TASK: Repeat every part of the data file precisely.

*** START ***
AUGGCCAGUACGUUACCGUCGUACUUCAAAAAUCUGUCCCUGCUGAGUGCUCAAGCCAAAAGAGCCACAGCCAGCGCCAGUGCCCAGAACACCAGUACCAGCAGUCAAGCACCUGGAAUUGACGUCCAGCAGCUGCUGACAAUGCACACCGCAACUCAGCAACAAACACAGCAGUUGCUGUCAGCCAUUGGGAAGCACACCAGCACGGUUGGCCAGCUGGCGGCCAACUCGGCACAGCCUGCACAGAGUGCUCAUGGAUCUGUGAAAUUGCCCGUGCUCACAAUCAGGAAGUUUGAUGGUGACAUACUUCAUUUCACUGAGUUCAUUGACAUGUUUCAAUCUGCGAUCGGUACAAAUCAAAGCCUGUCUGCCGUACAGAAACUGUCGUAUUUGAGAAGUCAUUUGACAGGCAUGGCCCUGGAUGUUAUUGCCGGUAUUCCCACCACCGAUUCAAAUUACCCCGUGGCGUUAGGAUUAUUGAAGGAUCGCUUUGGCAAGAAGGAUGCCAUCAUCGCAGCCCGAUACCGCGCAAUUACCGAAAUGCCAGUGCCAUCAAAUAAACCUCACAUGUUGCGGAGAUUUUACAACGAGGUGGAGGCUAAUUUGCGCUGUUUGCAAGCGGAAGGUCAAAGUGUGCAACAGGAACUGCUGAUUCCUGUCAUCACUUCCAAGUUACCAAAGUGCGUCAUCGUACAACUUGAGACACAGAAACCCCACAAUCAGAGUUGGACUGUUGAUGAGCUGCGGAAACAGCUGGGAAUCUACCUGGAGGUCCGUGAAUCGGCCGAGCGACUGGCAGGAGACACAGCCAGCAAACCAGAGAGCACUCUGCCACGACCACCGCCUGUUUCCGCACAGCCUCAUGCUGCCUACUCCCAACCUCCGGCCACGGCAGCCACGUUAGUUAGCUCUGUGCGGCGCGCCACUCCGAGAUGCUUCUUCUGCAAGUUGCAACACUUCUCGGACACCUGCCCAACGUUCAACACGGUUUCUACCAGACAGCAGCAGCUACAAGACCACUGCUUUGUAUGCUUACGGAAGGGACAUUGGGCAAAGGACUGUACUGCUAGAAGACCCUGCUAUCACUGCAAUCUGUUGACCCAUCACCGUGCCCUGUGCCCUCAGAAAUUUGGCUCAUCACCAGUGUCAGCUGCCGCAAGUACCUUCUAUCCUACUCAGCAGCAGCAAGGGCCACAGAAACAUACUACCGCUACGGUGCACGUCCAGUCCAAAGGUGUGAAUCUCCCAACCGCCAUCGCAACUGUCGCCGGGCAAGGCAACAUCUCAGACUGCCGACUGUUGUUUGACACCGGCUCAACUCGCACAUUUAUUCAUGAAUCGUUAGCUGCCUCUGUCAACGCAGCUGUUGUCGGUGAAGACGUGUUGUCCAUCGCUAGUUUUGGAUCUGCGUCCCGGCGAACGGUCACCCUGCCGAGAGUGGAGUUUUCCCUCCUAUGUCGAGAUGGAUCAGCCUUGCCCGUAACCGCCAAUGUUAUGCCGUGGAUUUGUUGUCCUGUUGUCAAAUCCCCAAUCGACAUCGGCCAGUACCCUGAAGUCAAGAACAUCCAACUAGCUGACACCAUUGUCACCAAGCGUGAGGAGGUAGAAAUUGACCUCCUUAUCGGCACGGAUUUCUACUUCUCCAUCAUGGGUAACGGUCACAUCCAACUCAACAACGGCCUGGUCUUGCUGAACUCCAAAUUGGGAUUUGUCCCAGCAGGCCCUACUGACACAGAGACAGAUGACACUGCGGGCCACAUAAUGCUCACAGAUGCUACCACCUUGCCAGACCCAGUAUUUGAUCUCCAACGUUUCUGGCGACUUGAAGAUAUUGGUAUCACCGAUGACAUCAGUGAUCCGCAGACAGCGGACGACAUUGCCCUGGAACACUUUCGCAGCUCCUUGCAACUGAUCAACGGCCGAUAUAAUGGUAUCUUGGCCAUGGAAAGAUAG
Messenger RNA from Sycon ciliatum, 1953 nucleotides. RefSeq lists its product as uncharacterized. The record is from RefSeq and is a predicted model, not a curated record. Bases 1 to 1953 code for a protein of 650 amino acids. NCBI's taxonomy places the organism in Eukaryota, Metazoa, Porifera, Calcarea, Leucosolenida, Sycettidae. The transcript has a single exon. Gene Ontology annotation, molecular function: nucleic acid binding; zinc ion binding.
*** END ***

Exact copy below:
AUGGCCAGUACGUUACCGUCGUACUUCAAAAAUCUGUCCCUGCUGAGUGCUCAAGCCAAAAGAGCCACAGCCAGCGCCAGUGCCCAGAACACCAGUACCAGCAGUCAAGCACCUGGAAUUGACGUCCAGCAGCUGCUGACAAUGCACACCGCAACUCAGCAACAAACACAGCAGUUGCUGUCAGCCAUUGGGAAGCACACCAGCACGGUUGGCCAGCUGGCGGCCAACUCGGCACAGCCUGCACAGAGUGCUCAUGGAUCUGUGAAAUUGCCCGUGCUCACAAUCAGGAAGUUUGAUGGUGACAUACUUCAUUUCACUGAGUUCAUUGACAUGUUUCAAUCUGCGAUCGGUACAAAUCAAAGCCUGUCUGCCGUACAGAAACUGUCGUAUUUGAGAAGUCAUUUGACAGGCAUGGCCCUGGAUGUUAUUGCCGGUAUUCCCACCACCGAUUCAAAUUACCCCGUGGCGUUAGGAUUAUUGAAGGAUCGCUUUGGCAAGAAGGAUGCCAUCAUCGCAGCCCGAUACCGCGCAAUUACCGAAAUGCCAGUGCCAUCAAAUAAACCUCACAUGUUGCGGAGAUUUUACAACGAGGUGGAGGCUAAUUUGCGCUGUUUGCAAGCGGAAGGUCAAAGUGUGCAACAGGAACUGCUGAUUCCUGUCAUCACUUCCAAGUUACCAAAGUGCGUCAUCGUACAACUUGAGACACAGAAACCCCACAAUCAGAGUUGGACUGUUGAUGAGCUGCGGAAACAGCUGGGAAUCUACCUGGAGGUCCGUGAAUCGGCCGAGCGACUGGCAGGAGACACAGCCAGCAAACCAGAGAGCACUCUGCCACGACCACCGCCUGUUUCCGCACAGCCUCAUGCUGCCUACUCCCAACCUCCGGCCACGGCAGCCACGUUAGUUAGCUCUGUGCGGCGCGCCACUCCGAGAUGCUUCUUCUGCAAGUUGCAACACUUCUCGGACACCUGCCCAACGUUCAACACGGUUUCUACCAGACAGCAGCAGCUACAAGACCACUGCUUUGUAUGCUUACGGAAGGGACAUUGGGCAAAGGACUGUACUGCUAGAAGACCCUGCUAUCACUGCAAUCUGUUGACCCAUCACCGUGCCCUGUGCCCUCAGAAAUUUGGCUCAUCACCAGUGUCAGCUGCCGCAAGUACCUUCUAUCCUACUCAGCAGCAGCAAGGGCCACAGAAACAUACUACCGCUACGGUGCACGUCCAGUCCAAAGGUGUGAAUCUCCCAACCGCCAUCGCAACUGUCGCCGGGCAAGGCAACAUCUCAGACUGCCGACUGUUGUUUGACACCGGCUCAACUCGCACAUUUAUUCAUGAAUCGUUAGCUGCCUCUGUCAACGCAGCUGUUGUCGGUGAAGACGUGUUGUCCAUCGCUAGUUUUGGAUCUGCGUCCCGGCGAACGGUCACCCUGCCGAGAGUGGAGUUUUCCCUCCUAUGUCGAGAUGGAUCAGCCUUGCCCGUAACCGCCAAUGUUAUGCCGUGGAUUUGUUGUCCUGUUGUCAAAUCCCCAAUCGACAUCGGCCAGUACCCUGAAGUCAAGAACAUCCAACUAGCUGACACCAUUGUCACCAAGCGUGAGGAGGUAGAAAUUGACCUCCUUAUCGGCACGGAUUUCUACUUCUCCAUCAUGGGUAACGGUCACAUCCAACUCAACAACGGCCUGGUCUUGCUGAACUCCAAAUUGGGAUUUGUCCCAGCAGGCCCUACUGACACAGAGACAGAUGACACUGCGGGCCACAUAAUGCUCACAGAUGCUACCACCUUGCCAGACCCAGUAUUUGAUCUCCAACGUUUCUGGCGACUUGAAGAUAUUGGUAUCACCGAUGACAUCAGUGAUCCGCAGACAGCGGACGACAUUGCCCUGGAACACUUUCGCAGCUCCUUGCAACUGAUCAACGGCCGAUAUAAUGGUAUCUUGGCCAUGGAAAGAUAG
Messenger RNA from Sycon ciliatum, 1953 nucleotides. RefSeq lists its product as uncharacterized. The record is from RefSeq and is a predicted model, not a curated record. Bases 1 to 1953 code for a protein of 650 amino acids. NCBI's taxonomy places the organism in Eukaryota, Metazoa, Porifera, Calcarea, Leucosolenida, Sycettidae. The transcript has a single exon. Gene Ontology annotation, molecular function: nucleic acid binding; zinc ion binding.